Featured image: Linear clouds in this satellite photo show the path of large ships. Exhaust from the extremely polluting bunker fuel these ships burn acts as a nucleus for condensing water vapor, forming clouds. One container ship releases as much pollution as 50 million cars. Public domain photo.
By Max Wilbert
The Global Climate System
Global climate can be understood as a simple energy balance equation. When climate is stable, energy inputs (sunlight hitting the Earth) matches the amount of energy lost to space through radiation. Industrial civilization has upset this balance by destroying forests, plowing grasslands, damming rivers, and digging up and burning coal, oil, and gas. These processes all release greenhouse gases, which trap additional heat inside the atmosphere. This is called radiative forcing.
This has gradually changed the energy balance of the entire planet. Since 1998, these greenhouse gases have caused an amount of energy equivalent to nearly 2.8 billion Hiroshima-sized atomic bombs to be captured inside the Earth’s atmosphere. Most of this heat has been absorbed by the oceans.
We know the consequences of this: ocean acidification, glaciers melting, droughts, heat waves, floods, stronger hurricanes, crop failures, migration, and so on. The ramifications of global warming are catastrophic and pervasive to essentially every aspect of human and non-human life. But some of the details of global warming are less often discussed.
What Are Aerosols?
One of these rarely-discussed issues is the aerosol masking effect. “Aerosols” in climate science are defined as collections of airborne solid or liquid particles, with a typical size between 0.01 and 10 µm (micrometers) that reside in the atmosphere for at least several hours. Aerosols may be of either natural or anthropogenic origin. Aerosols may influence climate in several ways: directly through scattering and absorbing radiation, and indirectly by acting as cloud condensation nuclei or modifying the optical properties and lifetime of clouds (see Indirect aerosol effect). Examples of aerosols include dust, volcanic ash, pollen, soot, sulphates, even bacteria.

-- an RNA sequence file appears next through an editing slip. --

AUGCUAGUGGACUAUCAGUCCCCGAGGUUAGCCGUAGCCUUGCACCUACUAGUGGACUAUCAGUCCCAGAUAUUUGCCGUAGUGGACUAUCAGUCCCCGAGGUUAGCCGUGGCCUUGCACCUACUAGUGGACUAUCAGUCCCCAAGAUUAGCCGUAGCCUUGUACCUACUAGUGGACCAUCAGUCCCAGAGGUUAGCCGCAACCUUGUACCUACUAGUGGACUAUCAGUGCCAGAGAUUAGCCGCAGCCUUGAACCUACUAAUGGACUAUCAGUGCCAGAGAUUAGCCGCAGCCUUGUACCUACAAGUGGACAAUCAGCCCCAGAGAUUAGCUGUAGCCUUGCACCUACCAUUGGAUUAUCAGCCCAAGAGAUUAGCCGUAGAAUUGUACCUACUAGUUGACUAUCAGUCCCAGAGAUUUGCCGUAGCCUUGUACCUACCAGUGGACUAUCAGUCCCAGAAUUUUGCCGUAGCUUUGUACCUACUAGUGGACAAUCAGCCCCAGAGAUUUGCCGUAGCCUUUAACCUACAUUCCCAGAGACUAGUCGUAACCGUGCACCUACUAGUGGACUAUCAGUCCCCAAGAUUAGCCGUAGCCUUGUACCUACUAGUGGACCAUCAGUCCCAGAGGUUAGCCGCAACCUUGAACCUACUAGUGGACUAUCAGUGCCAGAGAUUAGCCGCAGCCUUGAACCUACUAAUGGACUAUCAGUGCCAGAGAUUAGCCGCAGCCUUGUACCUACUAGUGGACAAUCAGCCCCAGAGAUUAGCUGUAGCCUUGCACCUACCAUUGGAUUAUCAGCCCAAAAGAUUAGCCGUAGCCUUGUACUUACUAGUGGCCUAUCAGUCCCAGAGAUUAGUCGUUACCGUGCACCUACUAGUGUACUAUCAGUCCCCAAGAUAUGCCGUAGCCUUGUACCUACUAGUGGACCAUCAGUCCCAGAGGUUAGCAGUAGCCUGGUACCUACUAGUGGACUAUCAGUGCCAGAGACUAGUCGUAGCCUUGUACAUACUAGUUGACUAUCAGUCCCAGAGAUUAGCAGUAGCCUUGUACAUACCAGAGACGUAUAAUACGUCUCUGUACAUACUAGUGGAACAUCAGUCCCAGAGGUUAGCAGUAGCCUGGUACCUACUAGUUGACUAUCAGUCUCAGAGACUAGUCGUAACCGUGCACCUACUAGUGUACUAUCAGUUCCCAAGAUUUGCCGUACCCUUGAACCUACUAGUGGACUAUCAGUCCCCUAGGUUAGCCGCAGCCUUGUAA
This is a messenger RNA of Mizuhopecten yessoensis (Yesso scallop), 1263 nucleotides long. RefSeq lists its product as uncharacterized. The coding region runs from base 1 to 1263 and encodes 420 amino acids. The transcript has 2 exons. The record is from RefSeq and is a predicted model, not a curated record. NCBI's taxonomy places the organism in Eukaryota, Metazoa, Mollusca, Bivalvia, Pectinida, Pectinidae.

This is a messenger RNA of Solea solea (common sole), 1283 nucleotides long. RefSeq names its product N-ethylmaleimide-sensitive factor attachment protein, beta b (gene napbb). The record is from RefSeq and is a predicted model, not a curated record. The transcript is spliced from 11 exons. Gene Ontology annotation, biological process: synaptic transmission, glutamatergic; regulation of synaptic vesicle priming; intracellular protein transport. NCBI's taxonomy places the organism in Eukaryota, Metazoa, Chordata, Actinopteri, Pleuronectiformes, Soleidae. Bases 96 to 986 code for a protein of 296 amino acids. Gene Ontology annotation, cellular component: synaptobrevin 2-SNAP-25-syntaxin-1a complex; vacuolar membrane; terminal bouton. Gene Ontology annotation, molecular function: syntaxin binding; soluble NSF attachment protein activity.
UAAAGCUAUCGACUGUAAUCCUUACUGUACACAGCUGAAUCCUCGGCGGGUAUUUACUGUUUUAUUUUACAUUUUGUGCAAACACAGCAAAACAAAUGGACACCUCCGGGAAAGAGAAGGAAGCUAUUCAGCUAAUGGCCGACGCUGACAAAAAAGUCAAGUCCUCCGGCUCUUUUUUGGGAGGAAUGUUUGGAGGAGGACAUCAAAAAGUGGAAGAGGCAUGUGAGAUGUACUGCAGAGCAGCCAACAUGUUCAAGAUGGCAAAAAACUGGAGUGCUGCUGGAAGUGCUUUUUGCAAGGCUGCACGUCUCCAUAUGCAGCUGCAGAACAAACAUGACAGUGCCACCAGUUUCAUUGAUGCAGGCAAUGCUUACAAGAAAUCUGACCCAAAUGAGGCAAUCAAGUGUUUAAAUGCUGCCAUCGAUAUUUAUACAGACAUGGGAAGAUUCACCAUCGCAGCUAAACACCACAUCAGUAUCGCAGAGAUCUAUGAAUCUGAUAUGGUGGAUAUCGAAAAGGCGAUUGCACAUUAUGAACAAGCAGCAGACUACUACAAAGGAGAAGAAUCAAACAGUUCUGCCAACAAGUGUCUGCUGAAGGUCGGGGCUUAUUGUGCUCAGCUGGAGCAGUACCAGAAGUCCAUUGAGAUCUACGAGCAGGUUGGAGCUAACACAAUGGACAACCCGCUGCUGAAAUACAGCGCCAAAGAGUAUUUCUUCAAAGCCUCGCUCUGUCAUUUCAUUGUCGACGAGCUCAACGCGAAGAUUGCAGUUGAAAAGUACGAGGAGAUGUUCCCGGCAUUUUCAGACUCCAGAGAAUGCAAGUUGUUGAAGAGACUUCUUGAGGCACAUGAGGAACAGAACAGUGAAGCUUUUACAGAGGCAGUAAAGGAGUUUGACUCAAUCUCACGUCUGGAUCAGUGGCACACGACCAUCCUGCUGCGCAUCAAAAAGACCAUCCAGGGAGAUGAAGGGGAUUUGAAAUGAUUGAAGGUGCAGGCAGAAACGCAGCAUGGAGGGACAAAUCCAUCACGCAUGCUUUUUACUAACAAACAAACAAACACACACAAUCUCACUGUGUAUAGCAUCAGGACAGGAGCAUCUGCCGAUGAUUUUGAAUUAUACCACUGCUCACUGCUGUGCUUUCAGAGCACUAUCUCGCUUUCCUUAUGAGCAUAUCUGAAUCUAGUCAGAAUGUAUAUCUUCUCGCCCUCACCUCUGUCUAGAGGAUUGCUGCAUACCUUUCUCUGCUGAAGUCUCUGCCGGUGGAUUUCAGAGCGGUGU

Some of the most common aerosols come from coal, driving cars, and fire for land clearance. When entering the lungs, these particles are extremely hazardous to health of all creatures, and are estimated to kill about 5.5 million people per year. This is one reason that pollution is estimated to be responsible for roughly 40% of all human deaths.
Aerosols also cool the planet by reflecting incoming solar radiation back into space. In the past, researchers have estimated this blocked as much as half of the warming caused to this point. As Dan Bailed wrote online, “It has long been conjectured that an immediate cessation of the burning of fossil fuels would be swiftly accompanied by a spike in surface temperatures (warming rates might spike from 0.2 C per decade to as much as 0.4 to 0.8 C per decade).”
Does Aerosol Masking Make Resistance Counterproductive?
This has been a common question for us here at Deep Green Resistance:
“What’s your take on the aerosol masking effect? Some people believe it is actually protecting the Earth from runaway climate change. If industrial collapse happens, wouldn’t this cause a decrease in aerosols and result in rapid warming? Wouldn’t this mean that life on earth is doomed even faster? Won’t reducing industrial emissions just result in faster warming?”
We have for years regarded this as a false double-bind, or an example of a legitimate concern twisted into an excuse for inaction. Using aerosol masking as an excuse for not shutting down fossil fuel infrastructure is an exercise in cowardice, in holding change hostage, in a sort of blackmail: damned if you do, damned if you don’t.
As you know, the only way out of a double-bind is to smash it.
New Science Reduces Concerns Over Aerosol Masking
But even legitimate concerns may be laid to rest by new science published in Nature this month. In the paper, two researchers Shindell and Smith note that reductions in fossil fuel burning, and thus in aerosols, “do not produce a substantial near-term increase in either the magnitude or the rate of warming.” This warming, they explain, would be negligible “at essentially all decadal to centennial timescales.”
Their conclusion: “We find that any climate penalty associated with the rapid phase-out of fossil-fuel usage… is likely to be at most 0.29 °C.” While climate science is complex and new findings could always change the situation, our conclusion is straightforward as well.